Author Topic: Gender Culture  (Read 39820 times)

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Offline kimmy

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Re: Gender Culture
« Reply #15 on: June 16, 2017, 10:11:51 am »
I brought up the lesbian comparison to say that logically, I would think that it be more unsettling to change in front of someone with similar anatomy who is looking at me sexually than someone with different anatomy who is completely oblivious to my sexual existence.

I say that to make a case for the fact that there is nothing logical about being uncomfortable around a transgender woman and that it's just a matter of unfamiliarity.  For example, I'm sure  50 years ago the number of women unwilling to change in front of lesbians was a lot more than now than lesbians are more accepted after decades of familiarity.

It's an assumption that a trans woman has no sexual interest in women.  Dia mentioned that one of her trans women acquaintances was a lesbian.  I'm no expert on the subject, but I don't think that gender dysphoria is necessary linked to homosexuality.

As well, lesbians don't walk into a locker-room with a sign that says "Lesbian".   If you've changed in a public facility, you've probably been checked out by lesbians, and women who were curious, and by completely straight women who are still interested in seeing what "the competition" has.

And you keep using the word logic, but none of this has anything to do with logic. 

As for the last couple of paragraphs, as I said before, I do get the other side of the argument, but I think that sometimes the masses have to be forced out of their ignorance.  There was a lot of resistance to blacks drinking from the same fountains and gays being able to hold hands without getting killed.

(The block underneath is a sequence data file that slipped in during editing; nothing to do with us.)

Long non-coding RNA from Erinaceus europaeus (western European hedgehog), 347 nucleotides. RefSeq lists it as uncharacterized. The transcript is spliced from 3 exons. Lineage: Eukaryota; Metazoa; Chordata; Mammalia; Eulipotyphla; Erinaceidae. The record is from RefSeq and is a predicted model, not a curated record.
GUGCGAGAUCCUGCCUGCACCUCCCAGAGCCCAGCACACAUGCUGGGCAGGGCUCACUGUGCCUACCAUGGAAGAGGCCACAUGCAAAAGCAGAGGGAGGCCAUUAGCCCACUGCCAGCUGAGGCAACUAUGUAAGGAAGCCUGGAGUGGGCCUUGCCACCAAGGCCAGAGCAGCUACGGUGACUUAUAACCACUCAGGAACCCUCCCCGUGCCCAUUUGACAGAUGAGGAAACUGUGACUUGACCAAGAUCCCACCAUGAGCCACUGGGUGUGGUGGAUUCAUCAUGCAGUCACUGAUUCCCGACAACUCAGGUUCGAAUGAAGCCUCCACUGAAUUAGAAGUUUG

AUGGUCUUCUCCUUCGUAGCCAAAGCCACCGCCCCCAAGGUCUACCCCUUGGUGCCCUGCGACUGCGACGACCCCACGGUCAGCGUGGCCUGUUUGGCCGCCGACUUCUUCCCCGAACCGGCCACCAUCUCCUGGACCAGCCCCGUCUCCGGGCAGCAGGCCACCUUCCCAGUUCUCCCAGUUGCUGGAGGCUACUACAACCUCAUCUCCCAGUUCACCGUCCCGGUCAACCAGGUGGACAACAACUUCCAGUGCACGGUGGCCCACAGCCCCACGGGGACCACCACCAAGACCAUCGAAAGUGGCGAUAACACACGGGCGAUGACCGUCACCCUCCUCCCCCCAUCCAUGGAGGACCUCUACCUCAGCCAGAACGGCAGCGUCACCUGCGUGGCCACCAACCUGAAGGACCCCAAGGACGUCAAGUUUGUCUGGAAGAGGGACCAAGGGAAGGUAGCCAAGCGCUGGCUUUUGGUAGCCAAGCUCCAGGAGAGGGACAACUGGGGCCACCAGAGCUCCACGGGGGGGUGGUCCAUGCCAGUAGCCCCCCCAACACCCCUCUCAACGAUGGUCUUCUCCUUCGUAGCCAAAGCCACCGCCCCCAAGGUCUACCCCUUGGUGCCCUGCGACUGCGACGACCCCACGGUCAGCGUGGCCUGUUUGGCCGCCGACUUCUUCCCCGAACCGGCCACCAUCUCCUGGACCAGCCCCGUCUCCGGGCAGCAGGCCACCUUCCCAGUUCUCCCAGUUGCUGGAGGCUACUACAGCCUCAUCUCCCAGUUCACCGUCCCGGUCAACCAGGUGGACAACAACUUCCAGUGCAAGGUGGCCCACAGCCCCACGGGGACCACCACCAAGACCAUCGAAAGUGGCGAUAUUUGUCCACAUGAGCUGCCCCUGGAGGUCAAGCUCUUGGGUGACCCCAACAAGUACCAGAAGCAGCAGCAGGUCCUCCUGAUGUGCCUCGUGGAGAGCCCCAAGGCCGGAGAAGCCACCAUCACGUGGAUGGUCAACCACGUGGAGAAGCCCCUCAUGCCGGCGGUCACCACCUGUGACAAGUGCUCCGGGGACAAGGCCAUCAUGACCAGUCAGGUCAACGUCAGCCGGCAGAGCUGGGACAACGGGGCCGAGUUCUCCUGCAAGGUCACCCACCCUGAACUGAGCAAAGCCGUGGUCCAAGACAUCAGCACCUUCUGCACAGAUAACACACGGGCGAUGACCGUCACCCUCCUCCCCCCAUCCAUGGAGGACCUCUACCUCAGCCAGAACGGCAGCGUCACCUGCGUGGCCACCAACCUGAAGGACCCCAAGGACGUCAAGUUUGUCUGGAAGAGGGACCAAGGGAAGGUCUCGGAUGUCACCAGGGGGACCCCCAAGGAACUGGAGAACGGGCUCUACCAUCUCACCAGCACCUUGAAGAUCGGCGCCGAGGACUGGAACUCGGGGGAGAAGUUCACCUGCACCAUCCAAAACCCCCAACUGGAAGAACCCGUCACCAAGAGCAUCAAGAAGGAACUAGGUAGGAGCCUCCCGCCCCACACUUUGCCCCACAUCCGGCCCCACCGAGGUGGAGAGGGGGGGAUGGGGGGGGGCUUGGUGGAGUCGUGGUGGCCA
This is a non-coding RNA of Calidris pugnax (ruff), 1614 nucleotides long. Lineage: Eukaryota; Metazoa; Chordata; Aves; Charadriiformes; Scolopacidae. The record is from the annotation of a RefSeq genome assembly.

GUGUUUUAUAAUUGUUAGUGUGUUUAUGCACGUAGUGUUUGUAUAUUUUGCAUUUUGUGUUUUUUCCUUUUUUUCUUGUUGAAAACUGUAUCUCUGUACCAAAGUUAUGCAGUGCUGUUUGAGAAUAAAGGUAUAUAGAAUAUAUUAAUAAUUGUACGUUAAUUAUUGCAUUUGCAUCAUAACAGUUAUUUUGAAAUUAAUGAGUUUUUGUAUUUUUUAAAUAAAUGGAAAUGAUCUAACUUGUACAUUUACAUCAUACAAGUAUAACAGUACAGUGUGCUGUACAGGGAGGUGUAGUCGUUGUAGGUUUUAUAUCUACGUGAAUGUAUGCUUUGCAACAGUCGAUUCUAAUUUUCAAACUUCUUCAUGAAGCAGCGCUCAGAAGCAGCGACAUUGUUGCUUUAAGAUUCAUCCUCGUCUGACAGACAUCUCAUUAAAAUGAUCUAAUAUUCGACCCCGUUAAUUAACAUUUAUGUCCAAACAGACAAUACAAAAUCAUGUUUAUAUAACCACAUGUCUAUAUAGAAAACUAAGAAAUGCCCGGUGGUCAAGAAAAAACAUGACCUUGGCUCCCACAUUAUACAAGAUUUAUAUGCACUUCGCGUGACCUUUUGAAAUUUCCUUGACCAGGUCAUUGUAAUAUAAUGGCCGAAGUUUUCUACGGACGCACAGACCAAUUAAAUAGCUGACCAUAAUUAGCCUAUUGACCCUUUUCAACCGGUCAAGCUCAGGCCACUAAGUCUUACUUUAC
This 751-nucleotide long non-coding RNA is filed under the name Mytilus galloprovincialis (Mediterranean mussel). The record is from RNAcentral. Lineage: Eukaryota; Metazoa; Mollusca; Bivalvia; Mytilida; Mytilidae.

Both societal shifts took decades to happen and it all started with the few people who stood up for their rights. 

In other words, if some people wanted to boycott a restaurant back in the 50's that allowed blacks and whites to sit together, continuing segregation wasn't the answer. 

I'd like to be on the right side of history when inevitably the same shift happens with transgenders.

People accept the premise of a female safe-space free from men, but the reason some women seek out male-free spaces is due to anxiety directly related to naked males, regardless of gender identity.

If someone was traumatized by a dog attack early in life, and later finds themselves standing in front of a big Rottweiler, the owner's assurance that "relax, he's friendly" actually does very little to reassured the frightened person.  It's not a switch people can just turn on and off.  And someone with anxiety regarding being naked in front of males will not simply feel reassured by "relax, she's trans."

I'm also still curious about the hypothetical Muslim patron. Do her religious sensibilities deserve consideration that other women don't?

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